As was all too typical for this period, the lead story is the one which features the situation depicted on the cover–and it turns out that, rather than the story actually being about the Flash suddenly becoming super-heavy, that’s simply a stop along the way in the plot of a completely different tale. The story is actually about the world of Gobdor in Dimension 24, which had appeared in FLASH one time earlier. On that world, windows into our reality are presented as television programs that are watched by almost everyone. So the Flash is something of a celebrity there. Dro Dorno, the top man at the leading Tel-Vis station, though, has a problem: nothing interesting is happening on Earth for him to broadcast. As a remedy for this, he intends to create some catastrophes on Earth that he can then record and broadcast, keeping his ratings alive. Unfortunately for him, the Flash interferes, bringing his cataclysmic spectaculars to a premature finish.
After being frustrated by the Scarlet Speedster, Dro Dorno decides that he must eliminate teh super-swift pest so that his broadcasts can resume. So he bathes Flash in a ray that causes him to become super-heavy as he approaches. Thinking quickly, the Flash simply reverses his course, and as he moves away from Dro Dorno, his weight returns to its regular state. After that, and with that warning, it’s teh work of instants for him to incapacitate the producer and return him to his home dimension for sentencing by his homeworld’s authorities.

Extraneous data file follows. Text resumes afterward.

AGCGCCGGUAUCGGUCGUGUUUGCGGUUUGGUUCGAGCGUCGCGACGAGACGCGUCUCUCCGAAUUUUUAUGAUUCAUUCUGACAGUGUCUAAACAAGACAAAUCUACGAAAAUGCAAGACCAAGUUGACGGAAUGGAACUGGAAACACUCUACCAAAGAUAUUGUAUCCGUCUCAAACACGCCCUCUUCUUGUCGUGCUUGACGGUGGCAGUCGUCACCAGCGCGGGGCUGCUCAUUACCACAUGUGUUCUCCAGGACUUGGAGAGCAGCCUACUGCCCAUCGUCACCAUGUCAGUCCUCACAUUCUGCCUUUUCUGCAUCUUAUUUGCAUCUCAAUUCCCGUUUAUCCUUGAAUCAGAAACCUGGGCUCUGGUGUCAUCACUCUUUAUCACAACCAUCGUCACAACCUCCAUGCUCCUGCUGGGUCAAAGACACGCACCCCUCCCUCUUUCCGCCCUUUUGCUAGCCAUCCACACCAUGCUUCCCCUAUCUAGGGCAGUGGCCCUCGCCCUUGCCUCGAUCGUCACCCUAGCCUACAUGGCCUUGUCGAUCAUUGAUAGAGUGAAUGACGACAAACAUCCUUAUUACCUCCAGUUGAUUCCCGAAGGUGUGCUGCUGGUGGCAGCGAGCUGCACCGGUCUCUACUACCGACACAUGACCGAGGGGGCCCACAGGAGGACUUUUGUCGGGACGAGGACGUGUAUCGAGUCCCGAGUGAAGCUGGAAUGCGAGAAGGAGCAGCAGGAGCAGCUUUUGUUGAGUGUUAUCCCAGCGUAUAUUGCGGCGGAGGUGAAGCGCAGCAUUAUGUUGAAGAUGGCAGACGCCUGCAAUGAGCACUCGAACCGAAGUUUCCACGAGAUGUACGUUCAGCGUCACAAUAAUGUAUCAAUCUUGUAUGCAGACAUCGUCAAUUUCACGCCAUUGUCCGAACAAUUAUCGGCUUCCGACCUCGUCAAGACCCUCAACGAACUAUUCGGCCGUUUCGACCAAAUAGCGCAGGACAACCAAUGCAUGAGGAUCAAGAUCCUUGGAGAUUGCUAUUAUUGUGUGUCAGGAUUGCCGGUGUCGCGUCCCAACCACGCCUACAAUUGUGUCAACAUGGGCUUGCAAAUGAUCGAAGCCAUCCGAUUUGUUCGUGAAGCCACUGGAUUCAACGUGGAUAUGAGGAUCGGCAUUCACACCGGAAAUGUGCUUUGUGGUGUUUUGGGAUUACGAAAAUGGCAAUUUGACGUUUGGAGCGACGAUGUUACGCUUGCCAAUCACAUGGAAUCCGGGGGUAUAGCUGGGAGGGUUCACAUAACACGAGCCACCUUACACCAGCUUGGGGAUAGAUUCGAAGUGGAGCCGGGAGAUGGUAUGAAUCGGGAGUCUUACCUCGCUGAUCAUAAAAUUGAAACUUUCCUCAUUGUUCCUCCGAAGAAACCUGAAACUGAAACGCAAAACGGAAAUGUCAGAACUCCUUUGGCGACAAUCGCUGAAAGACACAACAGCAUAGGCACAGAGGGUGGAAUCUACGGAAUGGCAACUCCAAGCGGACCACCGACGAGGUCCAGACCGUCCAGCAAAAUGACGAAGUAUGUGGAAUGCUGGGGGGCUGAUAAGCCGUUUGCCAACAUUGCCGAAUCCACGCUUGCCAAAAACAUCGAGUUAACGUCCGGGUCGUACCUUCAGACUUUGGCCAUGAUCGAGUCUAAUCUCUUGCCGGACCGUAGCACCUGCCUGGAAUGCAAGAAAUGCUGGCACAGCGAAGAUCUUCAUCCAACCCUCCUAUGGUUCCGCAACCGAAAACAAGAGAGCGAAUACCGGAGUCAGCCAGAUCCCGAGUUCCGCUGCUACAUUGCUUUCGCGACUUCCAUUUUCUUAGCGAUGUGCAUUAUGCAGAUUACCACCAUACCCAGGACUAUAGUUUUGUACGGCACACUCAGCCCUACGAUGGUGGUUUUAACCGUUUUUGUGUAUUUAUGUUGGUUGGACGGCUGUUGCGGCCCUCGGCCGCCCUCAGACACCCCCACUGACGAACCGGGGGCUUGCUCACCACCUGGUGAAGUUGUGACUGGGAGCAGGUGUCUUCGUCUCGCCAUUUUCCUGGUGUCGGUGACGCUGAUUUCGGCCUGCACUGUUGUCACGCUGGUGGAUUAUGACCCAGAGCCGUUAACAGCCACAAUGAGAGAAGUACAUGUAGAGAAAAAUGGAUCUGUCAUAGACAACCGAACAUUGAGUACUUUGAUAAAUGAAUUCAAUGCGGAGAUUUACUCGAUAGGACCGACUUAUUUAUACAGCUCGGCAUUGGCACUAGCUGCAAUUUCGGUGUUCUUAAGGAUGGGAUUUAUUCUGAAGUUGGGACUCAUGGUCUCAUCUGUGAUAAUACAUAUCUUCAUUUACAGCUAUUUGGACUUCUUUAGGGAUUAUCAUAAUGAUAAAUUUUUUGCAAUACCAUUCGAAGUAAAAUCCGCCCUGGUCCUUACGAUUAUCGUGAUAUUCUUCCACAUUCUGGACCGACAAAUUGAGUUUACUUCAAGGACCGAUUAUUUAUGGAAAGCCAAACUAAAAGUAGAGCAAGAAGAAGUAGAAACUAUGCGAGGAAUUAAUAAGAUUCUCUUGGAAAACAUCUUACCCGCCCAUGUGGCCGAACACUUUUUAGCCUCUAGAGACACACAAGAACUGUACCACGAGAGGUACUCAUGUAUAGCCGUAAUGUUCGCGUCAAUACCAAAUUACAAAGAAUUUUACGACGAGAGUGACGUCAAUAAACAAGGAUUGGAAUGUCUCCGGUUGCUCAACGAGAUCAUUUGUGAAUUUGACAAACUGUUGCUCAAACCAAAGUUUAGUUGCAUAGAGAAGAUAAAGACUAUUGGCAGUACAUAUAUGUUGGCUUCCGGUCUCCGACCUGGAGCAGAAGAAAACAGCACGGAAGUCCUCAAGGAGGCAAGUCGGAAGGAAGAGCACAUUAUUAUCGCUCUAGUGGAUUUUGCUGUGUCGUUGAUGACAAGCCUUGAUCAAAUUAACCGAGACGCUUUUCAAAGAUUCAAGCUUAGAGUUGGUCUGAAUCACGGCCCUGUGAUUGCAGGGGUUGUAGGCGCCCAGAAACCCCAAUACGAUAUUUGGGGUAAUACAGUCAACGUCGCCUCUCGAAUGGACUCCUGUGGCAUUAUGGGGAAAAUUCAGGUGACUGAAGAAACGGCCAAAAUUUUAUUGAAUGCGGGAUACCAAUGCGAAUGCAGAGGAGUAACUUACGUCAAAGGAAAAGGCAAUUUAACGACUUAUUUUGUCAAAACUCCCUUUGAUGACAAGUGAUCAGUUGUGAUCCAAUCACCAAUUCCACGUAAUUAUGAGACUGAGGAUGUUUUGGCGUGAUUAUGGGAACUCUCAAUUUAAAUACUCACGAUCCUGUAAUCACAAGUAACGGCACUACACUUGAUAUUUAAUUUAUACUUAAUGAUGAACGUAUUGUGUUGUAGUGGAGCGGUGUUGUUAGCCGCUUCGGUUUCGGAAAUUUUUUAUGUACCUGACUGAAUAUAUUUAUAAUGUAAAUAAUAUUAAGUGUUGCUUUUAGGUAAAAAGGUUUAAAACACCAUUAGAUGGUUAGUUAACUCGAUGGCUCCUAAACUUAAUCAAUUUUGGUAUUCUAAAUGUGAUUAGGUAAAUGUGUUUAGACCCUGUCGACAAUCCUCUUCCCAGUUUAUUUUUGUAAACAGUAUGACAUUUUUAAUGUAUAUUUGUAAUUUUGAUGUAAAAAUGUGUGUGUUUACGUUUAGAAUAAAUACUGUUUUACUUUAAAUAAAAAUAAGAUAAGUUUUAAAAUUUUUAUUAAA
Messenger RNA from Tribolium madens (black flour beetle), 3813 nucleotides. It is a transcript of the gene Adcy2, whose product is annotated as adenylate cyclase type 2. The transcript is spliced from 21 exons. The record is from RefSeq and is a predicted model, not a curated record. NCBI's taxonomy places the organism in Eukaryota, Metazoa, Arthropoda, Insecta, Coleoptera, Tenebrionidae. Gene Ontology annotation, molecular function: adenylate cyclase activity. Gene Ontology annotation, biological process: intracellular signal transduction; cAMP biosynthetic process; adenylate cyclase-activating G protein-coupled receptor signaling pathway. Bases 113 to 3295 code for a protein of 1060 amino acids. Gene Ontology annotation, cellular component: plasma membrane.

Next came the two-page letters page that Schwartz ran in his heroic titles. This particular entry comes from a period that’s perhaps difficult to fathom so many years later. Every issue, editor Schwartz would reward the best letter writers with the original artwork to entire stories and covers to the issues in question. The good part about this is that, during a period in which DC routinely destroyed much of its original art, seeing no value on it, this gift-giving allowed a bunch of it to survive to the present day. On the other hand, it would have been nice to have seen it returned to the artists in question, as would become industry standard in the following decade. These letter writers were awarded the original artwork to the second Flash team-up with his golden Age counterpart in FLASH #129–so if you see any of that artwork for sale on the original art market, this is its provenance.